Your Future EV: Hyundai Looks Serious About Wireless Charging

Schematic of EV patent


Schematic of EV patent

We keep finding fun little tidbits in the “Your Future EV” series, but sadly nothing today is a quirky as the stinky batteries from last time. This entry is a little more yeoman-like, featuring the practical enhancements like wireless charging for electric vehicles and safer batteries. It’s good to know that even though not all patents make it to production, sometimes you have to file a patent for the boring things.  Let’s take a look at what’s new.

Hyundai’s Wireless Charging Tech Gets Real

Hyundai wireless charger patent

Filed: November 2, 2015; Published: May 4, 2017

Patent says: “To solve problems of inconvenience with wired charging, wireless charging is actively being researched.”

What this might mean: Hyundai actually has multiple wireless charging patents that have been recently published (see 1, 2, 3, for examples), and the straightforward way that it’s saying that this technology is “actively being researched” gives us hope that the company might be first out of the gate with official, OEM-supported wireless EV charging. (Obviously, any OEM serious about EVs is also working on this sort of thing.) In Hyundai’s vision, the charger can sense if there is someone in the car or not, and then adjust the electromagnetic field to “within a safe range.” But of course.

Safer, Self-Puncturing Batteries from Lucid (actually Atieva)

Lucid Motors punctured battery patent

Filed: October 30, 2015; Published: May 4, 2017

Patent says: “Although the prior art teaches a variety of mounting techniques that can either be used to place the battery pack in a relatively protected region of a car or to otherwise shield the battery pack from potential harm, given the severity of the consequences accompanying a thermal runaway event, techniques for minimizing the effects of such an event are desired. The present invention provides a battery packing system that may be used to provide enhanced battery protection, thereby helping to decrease the likelihood of a damaged battery pack leading to a catastrophic battery pack event.”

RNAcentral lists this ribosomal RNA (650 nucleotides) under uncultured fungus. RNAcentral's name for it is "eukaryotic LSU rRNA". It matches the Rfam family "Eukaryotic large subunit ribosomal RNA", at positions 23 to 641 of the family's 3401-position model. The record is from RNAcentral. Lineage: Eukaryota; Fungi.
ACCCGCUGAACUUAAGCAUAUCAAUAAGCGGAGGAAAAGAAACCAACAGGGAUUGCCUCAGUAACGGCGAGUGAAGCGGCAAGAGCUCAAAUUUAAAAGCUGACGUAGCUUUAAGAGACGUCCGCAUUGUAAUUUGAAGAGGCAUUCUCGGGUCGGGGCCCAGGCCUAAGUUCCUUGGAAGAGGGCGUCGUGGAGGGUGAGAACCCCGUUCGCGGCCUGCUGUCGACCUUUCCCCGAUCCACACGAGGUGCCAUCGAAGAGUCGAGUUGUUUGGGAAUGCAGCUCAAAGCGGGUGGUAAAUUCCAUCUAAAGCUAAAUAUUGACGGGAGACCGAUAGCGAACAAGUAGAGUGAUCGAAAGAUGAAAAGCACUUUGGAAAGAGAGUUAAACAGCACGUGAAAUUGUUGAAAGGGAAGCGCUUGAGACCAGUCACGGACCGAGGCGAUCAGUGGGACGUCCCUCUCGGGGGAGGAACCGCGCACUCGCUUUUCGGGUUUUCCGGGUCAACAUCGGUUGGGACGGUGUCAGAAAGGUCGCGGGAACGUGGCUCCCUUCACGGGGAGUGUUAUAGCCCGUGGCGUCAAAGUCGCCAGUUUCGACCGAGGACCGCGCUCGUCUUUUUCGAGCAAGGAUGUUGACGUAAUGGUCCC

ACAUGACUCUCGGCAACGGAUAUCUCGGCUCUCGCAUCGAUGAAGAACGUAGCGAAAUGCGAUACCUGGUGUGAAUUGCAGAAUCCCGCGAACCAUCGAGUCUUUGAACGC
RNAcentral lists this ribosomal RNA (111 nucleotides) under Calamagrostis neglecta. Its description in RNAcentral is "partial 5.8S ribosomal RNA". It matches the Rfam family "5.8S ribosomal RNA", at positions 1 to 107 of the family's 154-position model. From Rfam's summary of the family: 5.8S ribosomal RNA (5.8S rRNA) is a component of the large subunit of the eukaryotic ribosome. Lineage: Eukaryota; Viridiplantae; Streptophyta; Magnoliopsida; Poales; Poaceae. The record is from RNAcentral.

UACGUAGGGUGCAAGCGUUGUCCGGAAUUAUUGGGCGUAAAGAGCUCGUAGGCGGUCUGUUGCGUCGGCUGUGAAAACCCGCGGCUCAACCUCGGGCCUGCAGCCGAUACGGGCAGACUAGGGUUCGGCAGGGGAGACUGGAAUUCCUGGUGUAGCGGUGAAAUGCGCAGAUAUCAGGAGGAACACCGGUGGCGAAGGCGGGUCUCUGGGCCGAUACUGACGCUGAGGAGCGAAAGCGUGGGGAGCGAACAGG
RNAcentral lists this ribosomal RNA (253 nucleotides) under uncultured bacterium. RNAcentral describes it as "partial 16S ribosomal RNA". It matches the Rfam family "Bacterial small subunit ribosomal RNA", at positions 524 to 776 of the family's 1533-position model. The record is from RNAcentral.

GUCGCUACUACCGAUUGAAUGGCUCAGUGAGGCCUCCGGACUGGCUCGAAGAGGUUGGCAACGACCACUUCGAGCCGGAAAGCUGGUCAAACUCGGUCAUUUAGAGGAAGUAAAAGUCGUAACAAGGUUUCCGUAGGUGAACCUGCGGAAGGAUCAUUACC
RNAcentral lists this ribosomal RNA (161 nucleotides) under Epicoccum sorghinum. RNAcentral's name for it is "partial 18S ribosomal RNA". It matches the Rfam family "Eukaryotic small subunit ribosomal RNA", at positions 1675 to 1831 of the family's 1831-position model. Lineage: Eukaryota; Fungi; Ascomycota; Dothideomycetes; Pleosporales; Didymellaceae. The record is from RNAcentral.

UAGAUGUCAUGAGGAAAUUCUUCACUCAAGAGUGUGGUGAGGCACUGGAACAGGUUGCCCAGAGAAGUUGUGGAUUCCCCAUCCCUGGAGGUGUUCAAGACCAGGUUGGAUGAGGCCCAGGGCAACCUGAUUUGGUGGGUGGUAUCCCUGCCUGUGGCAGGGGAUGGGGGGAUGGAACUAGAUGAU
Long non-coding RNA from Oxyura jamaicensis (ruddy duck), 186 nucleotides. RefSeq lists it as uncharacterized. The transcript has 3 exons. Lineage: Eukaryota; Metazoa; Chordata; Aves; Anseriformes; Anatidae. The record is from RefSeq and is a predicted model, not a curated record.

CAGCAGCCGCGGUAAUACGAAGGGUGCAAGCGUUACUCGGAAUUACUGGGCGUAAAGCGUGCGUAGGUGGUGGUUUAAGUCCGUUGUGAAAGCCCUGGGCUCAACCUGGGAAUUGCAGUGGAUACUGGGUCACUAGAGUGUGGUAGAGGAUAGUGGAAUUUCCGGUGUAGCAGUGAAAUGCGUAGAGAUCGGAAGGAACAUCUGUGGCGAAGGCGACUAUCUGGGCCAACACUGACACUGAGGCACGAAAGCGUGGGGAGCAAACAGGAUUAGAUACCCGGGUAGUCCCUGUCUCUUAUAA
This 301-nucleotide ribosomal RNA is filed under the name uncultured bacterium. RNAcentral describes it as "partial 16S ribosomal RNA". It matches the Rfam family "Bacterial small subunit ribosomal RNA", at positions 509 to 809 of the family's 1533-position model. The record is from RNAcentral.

What this might mean: Since this patent was filed in 2015, it still carries the old name for Lucid Motors: Atieva. But the idea of a safer battery never goes out of style. Lucid’s idea here is that the battery pack housing (i.e., the part that’s on the outside of the entire thing we generally just call the battery) is designed to short the battery “immediately prior to the battery being punctured.” The patent doesn’t exactly explain how this will work, but says that there could be an insulated layer inside the shell but outside the cells and if “an electrically conductive object” breaks through the enclosure, it will short out the battery. If it all works as planned, this kind of battery can, “decrease the likelihood of a damaged battery pack leading to a catastrophic battery pack event,” Lucid says.

Toyota’s Smarter Hybrid Uses Electricity In Traffic

Toyota smart nav system patent

Filed: October 30, 2015; Published: May 4, 2017

Patent says: “Hybrid-electric vehicles have been developed to utilize an electric battery and a gasoline engine to power the vehicle. Depending on the particular situation, the hybrid-electric vehicle may automatically switch from electric to gasoline (and vice versa) depending on current driving patterns of the driver. As an example, if the user is driving in the city, electric power may activate to reduce gasoline consumption. If the vehicle is driving on the highway, gasoline may power the vehicle. While these current solutions may further extend the range of the vehicle, further efficiencies are not being realized.”

What this might mean: A plug-in gas-electric hybrid vehicle should, for obvious reasons, prioritize using the electricity from the battery over the fuel in the gas tank. While, as Toyota says in this patent, there’s a way to determine which energy source to use by using vehicle speed, you can pull in other bits of information as well. With this patent, Toyota says that a car could calculate out its “energy traffic budget” based in part on historical traffic data and things like the driving habits of a driver. If it can get us to better PHEVs, we’re all for it.

Two-speed Transmission for EVs

ev transmission patent

Filed: December 16, 2015; Published: May 4, 2017